Welcome Back to Warsaw

Sauntering into the lobby of the serviced apartment building in Warsaw, I didn't pause as I pushed at the glass entry door. I knew how heavy it was.
            “Welcome,” nodded a man in his thirties at the front desk, his closely shaven white-blonde hair contrasting my nearly jet black mop. “This your first time in Warsaw?”
“No.  It’s my fifth. I’ve stayed in this building four times.”
“Welcome back then,”  he smiled, handing me my room card. “Need help with your bags?”
Dziękuję – Thank you, no, I’m fine.”
To be honest, I couldn't wait to offload my suitcase after ten hours of squashing in a tiny airline seat. I planned to soak under the shower, then rush out for a walk.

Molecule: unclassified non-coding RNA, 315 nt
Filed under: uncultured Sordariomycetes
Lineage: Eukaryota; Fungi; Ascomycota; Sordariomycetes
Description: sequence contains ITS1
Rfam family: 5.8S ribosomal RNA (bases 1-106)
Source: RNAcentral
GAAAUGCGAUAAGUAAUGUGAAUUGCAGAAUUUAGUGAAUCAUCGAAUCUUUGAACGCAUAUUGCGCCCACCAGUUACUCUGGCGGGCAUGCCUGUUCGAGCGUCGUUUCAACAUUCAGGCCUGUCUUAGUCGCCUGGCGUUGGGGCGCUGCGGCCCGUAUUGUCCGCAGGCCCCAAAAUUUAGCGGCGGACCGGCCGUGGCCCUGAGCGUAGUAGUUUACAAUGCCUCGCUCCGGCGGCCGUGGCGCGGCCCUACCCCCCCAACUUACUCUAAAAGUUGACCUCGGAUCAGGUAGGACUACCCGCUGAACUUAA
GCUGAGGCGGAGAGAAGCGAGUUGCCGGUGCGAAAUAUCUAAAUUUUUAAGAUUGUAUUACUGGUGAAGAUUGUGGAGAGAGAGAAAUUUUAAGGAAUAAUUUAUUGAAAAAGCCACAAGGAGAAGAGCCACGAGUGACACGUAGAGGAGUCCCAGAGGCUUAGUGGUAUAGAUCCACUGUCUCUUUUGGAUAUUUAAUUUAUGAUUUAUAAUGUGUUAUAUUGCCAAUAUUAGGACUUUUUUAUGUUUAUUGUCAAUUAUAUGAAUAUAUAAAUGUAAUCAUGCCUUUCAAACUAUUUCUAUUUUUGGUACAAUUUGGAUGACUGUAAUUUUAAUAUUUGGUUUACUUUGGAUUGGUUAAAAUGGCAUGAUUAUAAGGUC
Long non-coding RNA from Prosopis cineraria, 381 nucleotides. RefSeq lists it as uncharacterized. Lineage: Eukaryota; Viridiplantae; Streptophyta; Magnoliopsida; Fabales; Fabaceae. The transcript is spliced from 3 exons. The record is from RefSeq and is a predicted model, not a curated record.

A few hours later, I wandered along wide streets lined with grand buildings that had been reconstructed after German warplanes strafed and destroyed them––and most of the city––during the war.  This time I ignored clear plaques fastened to facades that had fascinated me on prior trips, describing what had been there before the destruction; courthouses, banks, government buildings.  The city seemed familiar.  Despite construction cranes dotting the skyline, restaurants and landmarks were where I remembered them two years ago.  
Around the corner, close to my ‘home’ for the week, is a street lined with cafes and bakeries. Waltzing into one I had frequented with my mother (when traveling to Poland to meet families of those who'd saved her during the war), I pointed to a slice of dense chocolate cheesecake then sat at a table. Sliding a forkfull into my mouth, I closed my eyes, smiling.  Welcome back, Warsaw.


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